People tend to take their ability to taste for granted — until they’re literally left with a bad taste in their mouths, or favorite foods no longer hold appeal to them. Impaired taste and taste disorders can lead to health and nutritional problems, and can affect one’s quality of life, as well. There’s some evidence that people who have diabetes are more prone to developing taste disorders.
According to the National Institute on Deafness and Other Communication Disorders (NIDCD), about 15% of adults may have a taste or a smell issue; however, only about 200,000 people each year seek medical help for these conditions. It’s also estimated that almost 75% of adults ages 57–85 have impaired taste.
What is taste, anyway?
Your ability to taste is due to taste cells that are clustered within taste buds on the tongue, the roof of the mouth, and within the lining of the throat. You’re born with about 10,000 taste buds; this number may decline as you get older.
When you chew, drink, and digest food, molecules in the food are released that stimulate the taste cells. The taste cells have receptors that respond to the basic taste qualities of sweet, sour, salty, bitter, and umami (the savory taste that comes from foods containing glutamate, such as chicken broth and meat extracts).
You also experience taste from thousands of nerve endings in the surfaces of the mouth, nose, throat, and even eyes. The nerve endings help you experience the heat from hot and spicy foods, the cool tingle from minty foods, and the aroma from a freshly brewed cup of coffee. The aroma of a food also contributes to a food’s taste. This gives you the ability to distinguish between, say, eating a banana and eating an apple.
Common taste disorders come with funny names, although there’s nothing funny about being unable to taste your food.
Hypogeusia: a reduced ability to taste sweet, sour, salty, bitter, or umami
Dysgeusia: a bad, sour, or salty taste persists in the mouth
Parageusia: a metallic or otherwise abnormal taste in the mouth
Ageusia: the inability to taste anything (which, fortunately, is pretty rare)
Causes of taste disorders
Some people have the unfortunate circumstance of being born with a taste disorder. Most taste disorders, however, are a result of an injury, illness, or medication. For these reasons, taste disorders are often temporary. Here are some common causes:
• The common cold or the flu
• Sinus infection
• Strep throat
• Nasal polyps
• Gum disease
• Acid reflux
• Head injury
• Ear surgery
• Wisdom tooth extraction
• Radiation therapy to the head or neck
• Exposure to certain chemicals, like pesticides, solvents, or paint thinners
• Nutritional deficiencies of vitamin B12 or zinc
• Some nervous system disorders, such as multiple sclerosis or Bell’s palsy
While not as common, a brain tumor can cause problems with taste, as well.
Some medications can affect your taste, too. For example, antibiotics and antihistamines can leave you (literally) with a bad taste in your mouth. Other medications can cause parageusia. These include:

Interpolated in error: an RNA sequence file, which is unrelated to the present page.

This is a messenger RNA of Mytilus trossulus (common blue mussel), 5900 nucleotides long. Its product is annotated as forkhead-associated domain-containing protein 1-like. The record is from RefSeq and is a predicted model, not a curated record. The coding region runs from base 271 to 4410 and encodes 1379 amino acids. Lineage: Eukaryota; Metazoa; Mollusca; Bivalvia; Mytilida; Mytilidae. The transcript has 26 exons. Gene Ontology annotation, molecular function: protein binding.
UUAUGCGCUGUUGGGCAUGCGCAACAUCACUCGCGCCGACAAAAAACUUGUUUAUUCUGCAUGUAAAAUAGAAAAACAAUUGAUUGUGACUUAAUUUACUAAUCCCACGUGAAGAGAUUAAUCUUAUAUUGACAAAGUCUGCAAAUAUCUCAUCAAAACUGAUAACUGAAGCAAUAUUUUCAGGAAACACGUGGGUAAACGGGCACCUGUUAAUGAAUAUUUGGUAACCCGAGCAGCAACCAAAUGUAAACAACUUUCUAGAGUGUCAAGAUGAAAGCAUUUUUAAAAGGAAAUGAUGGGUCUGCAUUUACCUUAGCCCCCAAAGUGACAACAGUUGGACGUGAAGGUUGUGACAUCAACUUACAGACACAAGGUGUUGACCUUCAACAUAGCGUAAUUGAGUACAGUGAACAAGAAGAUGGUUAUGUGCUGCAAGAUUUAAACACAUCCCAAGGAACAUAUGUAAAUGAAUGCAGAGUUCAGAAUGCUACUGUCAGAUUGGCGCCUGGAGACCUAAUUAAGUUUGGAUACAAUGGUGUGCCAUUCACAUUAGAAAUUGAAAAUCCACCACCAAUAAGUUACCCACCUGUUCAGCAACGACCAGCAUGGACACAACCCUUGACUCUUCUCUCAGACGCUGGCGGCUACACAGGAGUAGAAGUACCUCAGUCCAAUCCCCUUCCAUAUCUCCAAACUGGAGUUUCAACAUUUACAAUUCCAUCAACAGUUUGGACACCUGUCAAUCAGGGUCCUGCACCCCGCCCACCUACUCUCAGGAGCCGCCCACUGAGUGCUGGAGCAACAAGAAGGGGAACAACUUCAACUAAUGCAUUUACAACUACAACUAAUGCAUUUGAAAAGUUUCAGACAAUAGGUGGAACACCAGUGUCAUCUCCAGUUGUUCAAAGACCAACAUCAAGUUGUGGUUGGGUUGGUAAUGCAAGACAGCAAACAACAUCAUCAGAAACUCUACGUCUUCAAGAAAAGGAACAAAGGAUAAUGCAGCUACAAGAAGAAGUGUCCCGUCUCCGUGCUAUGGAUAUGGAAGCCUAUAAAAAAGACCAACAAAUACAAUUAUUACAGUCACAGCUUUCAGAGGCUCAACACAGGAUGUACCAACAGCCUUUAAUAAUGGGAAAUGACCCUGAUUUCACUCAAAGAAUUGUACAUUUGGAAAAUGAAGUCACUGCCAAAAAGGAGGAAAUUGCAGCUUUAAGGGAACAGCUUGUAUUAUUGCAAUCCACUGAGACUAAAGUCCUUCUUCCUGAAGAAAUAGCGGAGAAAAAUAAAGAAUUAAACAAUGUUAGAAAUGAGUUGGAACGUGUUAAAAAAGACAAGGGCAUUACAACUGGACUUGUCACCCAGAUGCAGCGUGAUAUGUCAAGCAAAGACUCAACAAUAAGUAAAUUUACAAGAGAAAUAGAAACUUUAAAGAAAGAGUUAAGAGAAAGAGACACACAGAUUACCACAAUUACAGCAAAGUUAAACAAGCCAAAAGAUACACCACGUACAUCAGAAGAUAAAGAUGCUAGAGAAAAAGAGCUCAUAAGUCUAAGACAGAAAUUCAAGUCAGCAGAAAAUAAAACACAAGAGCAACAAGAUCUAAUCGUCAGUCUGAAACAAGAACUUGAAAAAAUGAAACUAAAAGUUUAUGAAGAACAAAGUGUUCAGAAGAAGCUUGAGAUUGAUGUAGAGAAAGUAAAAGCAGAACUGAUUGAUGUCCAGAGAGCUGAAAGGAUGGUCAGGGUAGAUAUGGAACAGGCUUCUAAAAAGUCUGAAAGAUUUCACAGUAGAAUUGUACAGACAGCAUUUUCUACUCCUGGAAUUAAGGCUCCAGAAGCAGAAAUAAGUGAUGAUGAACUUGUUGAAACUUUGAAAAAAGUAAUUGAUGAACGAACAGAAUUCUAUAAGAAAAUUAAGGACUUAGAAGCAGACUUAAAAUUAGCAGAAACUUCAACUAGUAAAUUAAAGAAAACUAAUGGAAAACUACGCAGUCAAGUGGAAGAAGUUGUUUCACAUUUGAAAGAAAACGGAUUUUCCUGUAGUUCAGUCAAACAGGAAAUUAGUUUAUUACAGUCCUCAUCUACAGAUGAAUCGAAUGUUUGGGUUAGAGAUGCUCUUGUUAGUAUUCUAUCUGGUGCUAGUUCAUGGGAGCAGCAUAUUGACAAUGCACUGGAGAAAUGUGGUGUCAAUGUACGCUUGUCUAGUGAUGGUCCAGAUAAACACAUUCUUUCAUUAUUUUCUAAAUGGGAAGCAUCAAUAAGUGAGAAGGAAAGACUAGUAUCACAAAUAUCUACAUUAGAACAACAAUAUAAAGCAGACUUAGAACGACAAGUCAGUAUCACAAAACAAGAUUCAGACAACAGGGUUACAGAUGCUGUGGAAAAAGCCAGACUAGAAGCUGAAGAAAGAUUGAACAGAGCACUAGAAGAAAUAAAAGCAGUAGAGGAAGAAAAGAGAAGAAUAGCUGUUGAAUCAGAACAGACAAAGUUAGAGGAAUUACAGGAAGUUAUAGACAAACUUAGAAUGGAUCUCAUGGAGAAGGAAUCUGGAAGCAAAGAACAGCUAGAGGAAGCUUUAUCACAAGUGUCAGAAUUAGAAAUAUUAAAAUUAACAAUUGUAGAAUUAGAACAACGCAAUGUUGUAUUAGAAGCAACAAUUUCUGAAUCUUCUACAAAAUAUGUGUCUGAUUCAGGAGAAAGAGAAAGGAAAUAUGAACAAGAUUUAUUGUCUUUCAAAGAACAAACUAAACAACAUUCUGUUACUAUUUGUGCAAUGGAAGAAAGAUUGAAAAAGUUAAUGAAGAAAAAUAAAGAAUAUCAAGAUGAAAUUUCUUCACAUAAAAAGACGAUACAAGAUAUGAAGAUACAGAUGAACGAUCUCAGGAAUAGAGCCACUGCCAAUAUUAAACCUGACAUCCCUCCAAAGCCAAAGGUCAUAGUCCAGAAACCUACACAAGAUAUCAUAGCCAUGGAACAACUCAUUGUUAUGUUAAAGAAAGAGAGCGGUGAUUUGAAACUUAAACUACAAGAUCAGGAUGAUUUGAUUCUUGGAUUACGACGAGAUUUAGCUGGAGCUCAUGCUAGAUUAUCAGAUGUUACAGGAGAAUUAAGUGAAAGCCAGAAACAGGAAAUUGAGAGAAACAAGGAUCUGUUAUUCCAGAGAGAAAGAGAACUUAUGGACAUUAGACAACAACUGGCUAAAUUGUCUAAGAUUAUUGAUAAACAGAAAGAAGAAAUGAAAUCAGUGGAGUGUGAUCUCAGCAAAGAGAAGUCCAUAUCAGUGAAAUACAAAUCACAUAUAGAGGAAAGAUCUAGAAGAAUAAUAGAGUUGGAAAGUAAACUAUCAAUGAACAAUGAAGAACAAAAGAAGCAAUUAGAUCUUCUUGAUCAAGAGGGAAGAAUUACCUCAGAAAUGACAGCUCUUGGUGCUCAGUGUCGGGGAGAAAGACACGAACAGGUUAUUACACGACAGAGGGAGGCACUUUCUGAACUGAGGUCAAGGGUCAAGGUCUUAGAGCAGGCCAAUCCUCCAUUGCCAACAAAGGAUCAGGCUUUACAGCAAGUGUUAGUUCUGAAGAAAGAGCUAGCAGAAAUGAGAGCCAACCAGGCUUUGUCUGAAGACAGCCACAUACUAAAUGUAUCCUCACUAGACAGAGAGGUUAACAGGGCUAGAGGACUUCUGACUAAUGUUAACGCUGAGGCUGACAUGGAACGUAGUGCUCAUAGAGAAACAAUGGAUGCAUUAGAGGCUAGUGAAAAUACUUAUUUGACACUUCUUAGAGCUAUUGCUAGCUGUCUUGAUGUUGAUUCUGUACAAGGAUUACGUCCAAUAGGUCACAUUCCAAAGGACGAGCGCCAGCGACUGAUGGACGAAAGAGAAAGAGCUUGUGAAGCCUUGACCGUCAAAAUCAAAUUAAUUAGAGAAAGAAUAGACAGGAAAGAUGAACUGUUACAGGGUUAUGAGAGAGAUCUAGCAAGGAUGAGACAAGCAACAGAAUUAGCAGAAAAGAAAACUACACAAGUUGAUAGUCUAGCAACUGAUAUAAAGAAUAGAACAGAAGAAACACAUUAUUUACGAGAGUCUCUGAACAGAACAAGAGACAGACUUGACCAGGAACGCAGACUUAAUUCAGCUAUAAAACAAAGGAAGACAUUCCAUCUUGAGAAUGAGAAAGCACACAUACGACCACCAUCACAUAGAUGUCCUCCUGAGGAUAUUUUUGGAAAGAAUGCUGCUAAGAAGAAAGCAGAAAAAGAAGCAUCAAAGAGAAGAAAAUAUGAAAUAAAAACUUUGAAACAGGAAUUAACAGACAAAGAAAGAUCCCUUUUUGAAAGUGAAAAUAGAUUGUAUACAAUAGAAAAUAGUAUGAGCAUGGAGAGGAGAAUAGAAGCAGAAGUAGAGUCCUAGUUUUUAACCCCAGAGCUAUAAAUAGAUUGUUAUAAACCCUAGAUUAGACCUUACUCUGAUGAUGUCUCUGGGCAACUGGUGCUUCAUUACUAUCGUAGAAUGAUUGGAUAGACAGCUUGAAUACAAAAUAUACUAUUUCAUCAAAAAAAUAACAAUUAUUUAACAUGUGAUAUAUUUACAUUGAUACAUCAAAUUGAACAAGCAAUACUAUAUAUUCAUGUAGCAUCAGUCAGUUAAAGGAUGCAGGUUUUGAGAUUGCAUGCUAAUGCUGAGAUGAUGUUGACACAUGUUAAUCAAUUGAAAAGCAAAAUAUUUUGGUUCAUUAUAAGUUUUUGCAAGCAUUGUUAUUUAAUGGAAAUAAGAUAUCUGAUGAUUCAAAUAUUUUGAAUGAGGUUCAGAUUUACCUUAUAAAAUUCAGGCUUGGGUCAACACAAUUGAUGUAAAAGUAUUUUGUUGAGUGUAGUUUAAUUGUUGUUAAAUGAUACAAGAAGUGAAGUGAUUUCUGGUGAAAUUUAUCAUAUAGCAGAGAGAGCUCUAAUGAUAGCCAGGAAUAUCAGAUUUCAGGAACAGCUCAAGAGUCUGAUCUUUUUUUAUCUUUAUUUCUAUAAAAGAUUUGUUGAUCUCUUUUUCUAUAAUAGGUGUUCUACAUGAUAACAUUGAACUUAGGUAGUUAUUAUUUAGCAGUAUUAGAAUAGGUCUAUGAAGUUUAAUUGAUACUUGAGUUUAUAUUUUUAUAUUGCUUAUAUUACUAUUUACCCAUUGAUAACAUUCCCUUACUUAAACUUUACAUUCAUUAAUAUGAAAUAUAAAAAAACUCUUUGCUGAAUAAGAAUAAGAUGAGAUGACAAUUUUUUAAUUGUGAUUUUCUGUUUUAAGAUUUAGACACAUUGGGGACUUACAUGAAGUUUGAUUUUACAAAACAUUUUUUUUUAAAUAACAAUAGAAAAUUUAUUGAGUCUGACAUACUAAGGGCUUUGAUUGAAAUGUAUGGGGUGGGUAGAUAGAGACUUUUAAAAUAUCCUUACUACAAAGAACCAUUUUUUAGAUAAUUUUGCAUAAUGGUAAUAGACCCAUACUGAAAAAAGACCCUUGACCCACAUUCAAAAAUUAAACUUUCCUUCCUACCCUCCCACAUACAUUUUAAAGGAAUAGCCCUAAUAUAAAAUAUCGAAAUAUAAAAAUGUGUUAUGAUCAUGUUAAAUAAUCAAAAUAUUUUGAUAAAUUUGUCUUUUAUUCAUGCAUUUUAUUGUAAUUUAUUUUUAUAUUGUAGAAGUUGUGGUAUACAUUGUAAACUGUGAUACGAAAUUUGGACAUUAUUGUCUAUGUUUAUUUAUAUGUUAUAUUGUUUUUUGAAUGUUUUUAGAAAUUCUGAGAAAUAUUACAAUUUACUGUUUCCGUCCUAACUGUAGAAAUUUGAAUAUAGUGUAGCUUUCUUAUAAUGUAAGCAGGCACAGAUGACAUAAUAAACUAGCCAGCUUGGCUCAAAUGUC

• Certain antibiotics, such as clarithromycin (brand name Biaxin) and metronidazole (Flagyl)
• Some blood pressure medications, including captopril (Capoten)
• Glaucoma medications
• Osteoporosis medications
In addition, some women experience a metallic taste in their mouths early in pregnancy, likely due to changes in hormones. A metallic taste that occurs soon after eating a specific food, such as seafood, could be a sign of a food allergy.
Having diabetes may raise your risk of a taste disorder, too. Studies show that people who are newly diagnosed with Type 2 diabetes are more likely to have trouble tasting sweet foods. In another study of 57 people who had Type 1 diabetes, 73% of them had impaired taste compared to just 16% of people who did not have diabetes. People with diabetes who have neuropathy may have impaired taste, as well.
Treating taste disorders
If you notice any change in your ability to taste, talk with your doctor. He or she should refer you to an otolaryngologist (an ear, nose, and throat doctor) who can evaluate you and help pinpoint the problem. Many taste disorders are actually related to a problem with your ability to smell; an otolaryngologist will evaluate you for both. You’ll likely have a physical examination of your ears, nose, and throat; an assessment of your teeth and oral hygiene; and smell and taste tests. The specialist will also ask you about your health history and medications that you’re taking.
Treatment of a taste disorder depends on the cause. If a medication is the culprit, it may be possible to switch medications. In the case of antibiotics, your taste will likely come back once you finish your course. If taste loss or change is a result of a medical condition, like the flu, acid reflux, or an allergy, for example, the next step is to treat the condition. Nutritional deficiencies that are causing a taste issue will be treated with the specific nutrient that’s lacking, such as vitamin B12. And if smoking is the culprit, stopping smoking is your best bet.
Sometimes taste impairment can’t be treated. If that’s the case, working with a dietitian can help you get more enjoyment from your food. Tips to try include:
• Eating foods with a variety of textures and colors.
• Using spices, herbs, and black pepper on foods to boost flavor (avoid adding too much salt or sugar, however).
• Adding more savory foods to your eating plan, like olives, nuts, or small amounts of bacon or cheese.
• Foods often taste better when they’re served hot. Likewise, foods that are supposed to be served cold will taste better eaten cold.
Benny Madrigal wants to show people with diabetes what they can do, not what they can’t. Bookmark DiabetesSelfManagement.com and tune in tomorrow to learn more from Amy Mercer.